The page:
Lee Dorman, the Iron Butterfly bassist who played on the band’s iconic 17-minute song “In-A-Gadda-Da-Vida,” which became an anthem for the drug-fueled psychedelic ’60s, was found dead Friday morning. He was 70
Dorman had suffered from heart problems for years and had to retire from music because of his health.
His body was found in his car at his home Friday morning, according to Orange County sheriff’s spokeswoman Gail Krause. No foul play is suspected, but a coroner’s investigation will be conducted, a routine procedure in deaths like Dorman’s.
The rock musician was reportedly on his way for a doctor’s appointment and may not have been feeling well, according to various reports.
The band came together in 1966 as the counterculture movement began taking root. The original members were Doug Ingle on vocals and organ), Jack Pinney on drums, Greg Willis on bass an and Danny Weis on guitar.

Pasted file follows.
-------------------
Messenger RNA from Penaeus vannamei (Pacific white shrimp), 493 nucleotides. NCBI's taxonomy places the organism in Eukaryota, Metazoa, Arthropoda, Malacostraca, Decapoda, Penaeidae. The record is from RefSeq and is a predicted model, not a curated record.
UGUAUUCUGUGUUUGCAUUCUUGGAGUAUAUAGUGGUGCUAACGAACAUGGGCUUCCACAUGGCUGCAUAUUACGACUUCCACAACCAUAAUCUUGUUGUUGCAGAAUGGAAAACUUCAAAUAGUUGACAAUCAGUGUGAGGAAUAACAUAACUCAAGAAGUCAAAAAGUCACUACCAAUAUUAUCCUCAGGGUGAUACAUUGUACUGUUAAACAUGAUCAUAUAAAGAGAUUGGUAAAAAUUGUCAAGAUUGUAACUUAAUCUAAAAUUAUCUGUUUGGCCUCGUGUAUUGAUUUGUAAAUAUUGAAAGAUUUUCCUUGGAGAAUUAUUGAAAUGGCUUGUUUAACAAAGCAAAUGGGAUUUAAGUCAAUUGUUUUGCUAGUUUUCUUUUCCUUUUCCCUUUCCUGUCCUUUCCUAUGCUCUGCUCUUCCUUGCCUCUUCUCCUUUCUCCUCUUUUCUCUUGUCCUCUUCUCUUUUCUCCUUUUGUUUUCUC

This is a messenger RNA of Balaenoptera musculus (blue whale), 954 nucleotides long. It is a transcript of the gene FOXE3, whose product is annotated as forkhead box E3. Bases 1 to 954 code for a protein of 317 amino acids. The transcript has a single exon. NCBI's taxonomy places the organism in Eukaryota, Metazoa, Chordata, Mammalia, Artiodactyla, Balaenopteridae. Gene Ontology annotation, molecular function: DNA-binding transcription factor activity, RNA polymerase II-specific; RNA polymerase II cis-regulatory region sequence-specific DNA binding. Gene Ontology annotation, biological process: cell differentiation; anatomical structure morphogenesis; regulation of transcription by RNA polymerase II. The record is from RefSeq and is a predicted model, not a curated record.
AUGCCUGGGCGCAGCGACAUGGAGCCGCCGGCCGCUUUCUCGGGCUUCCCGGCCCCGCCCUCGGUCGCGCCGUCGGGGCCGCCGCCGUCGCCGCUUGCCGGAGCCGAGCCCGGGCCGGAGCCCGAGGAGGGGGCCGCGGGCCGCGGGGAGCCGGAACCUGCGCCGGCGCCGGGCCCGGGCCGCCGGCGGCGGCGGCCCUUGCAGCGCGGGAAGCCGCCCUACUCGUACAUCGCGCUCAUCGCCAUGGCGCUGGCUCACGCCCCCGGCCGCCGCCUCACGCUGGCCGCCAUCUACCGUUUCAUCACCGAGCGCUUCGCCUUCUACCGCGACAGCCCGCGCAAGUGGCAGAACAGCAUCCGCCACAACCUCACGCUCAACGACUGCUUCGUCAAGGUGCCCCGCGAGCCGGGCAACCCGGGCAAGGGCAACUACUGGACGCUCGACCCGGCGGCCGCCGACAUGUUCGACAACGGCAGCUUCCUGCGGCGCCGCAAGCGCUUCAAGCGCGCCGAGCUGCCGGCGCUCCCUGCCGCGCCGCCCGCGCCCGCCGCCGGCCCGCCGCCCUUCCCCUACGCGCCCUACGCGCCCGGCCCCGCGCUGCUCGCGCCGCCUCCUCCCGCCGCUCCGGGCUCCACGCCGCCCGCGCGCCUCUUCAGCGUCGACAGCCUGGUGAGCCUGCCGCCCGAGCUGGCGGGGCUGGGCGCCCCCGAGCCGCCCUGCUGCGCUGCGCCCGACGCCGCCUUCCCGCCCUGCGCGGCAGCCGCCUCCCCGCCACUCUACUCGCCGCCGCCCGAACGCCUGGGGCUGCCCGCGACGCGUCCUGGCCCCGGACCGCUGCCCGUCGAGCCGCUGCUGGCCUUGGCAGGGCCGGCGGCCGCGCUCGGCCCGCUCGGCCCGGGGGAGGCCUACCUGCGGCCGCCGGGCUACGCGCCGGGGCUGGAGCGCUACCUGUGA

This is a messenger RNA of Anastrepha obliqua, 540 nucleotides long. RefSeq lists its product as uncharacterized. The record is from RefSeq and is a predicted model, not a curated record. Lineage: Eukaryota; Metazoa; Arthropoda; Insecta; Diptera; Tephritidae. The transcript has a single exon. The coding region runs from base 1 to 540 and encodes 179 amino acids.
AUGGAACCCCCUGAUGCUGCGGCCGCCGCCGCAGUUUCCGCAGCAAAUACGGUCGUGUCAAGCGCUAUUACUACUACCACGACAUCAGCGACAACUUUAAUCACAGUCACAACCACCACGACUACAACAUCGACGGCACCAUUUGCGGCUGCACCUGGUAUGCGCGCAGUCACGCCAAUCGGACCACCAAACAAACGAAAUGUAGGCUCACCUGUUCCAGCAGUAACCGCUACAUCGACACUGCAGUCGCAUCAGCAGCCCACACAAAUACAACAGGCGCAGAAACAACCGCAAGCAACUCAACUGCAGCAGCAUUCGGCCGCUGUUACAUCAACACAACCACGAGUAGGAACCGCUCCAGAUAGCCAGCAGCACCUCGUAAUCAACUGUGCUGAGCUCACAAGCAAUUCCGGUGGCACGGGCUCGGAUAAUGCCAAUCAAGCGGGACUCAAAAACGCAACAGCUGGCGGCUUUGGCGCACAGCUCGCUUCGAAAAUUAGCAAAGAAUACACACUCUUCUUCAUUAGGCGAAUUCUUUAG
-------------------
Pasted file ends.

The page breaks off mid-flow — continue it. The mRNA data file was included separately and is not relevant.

Darryl DeLoach joined the band shortly afterward and Dorman took over as bassist along with guitarist Erik Brann after the band relocated to Los Angeles from San Diego in 1967. It’s debut album Heavy was released a year later.
Ingle, whose father was a church organist,, wrote the seminal “In-A-Gadda-Da-Vida” for the band’s second album, which was titled the same. More than 30 million albums were sold and the set was a fixture on music charts for over a year.
The band broke up in 1971 and Dorman went on to found another band, Captain Beyond, with Larry “Rhino” Reinhardt, a guitarist who had joined Iron Butterfly the year before. It reformed later, but Dorman never went back.
Dorman had been living in Laguna Nigel, a coastal city in Southern California, when he died, according to The Associated Press. Although he had heart problems Dorman outlived most of the original and early members of the band.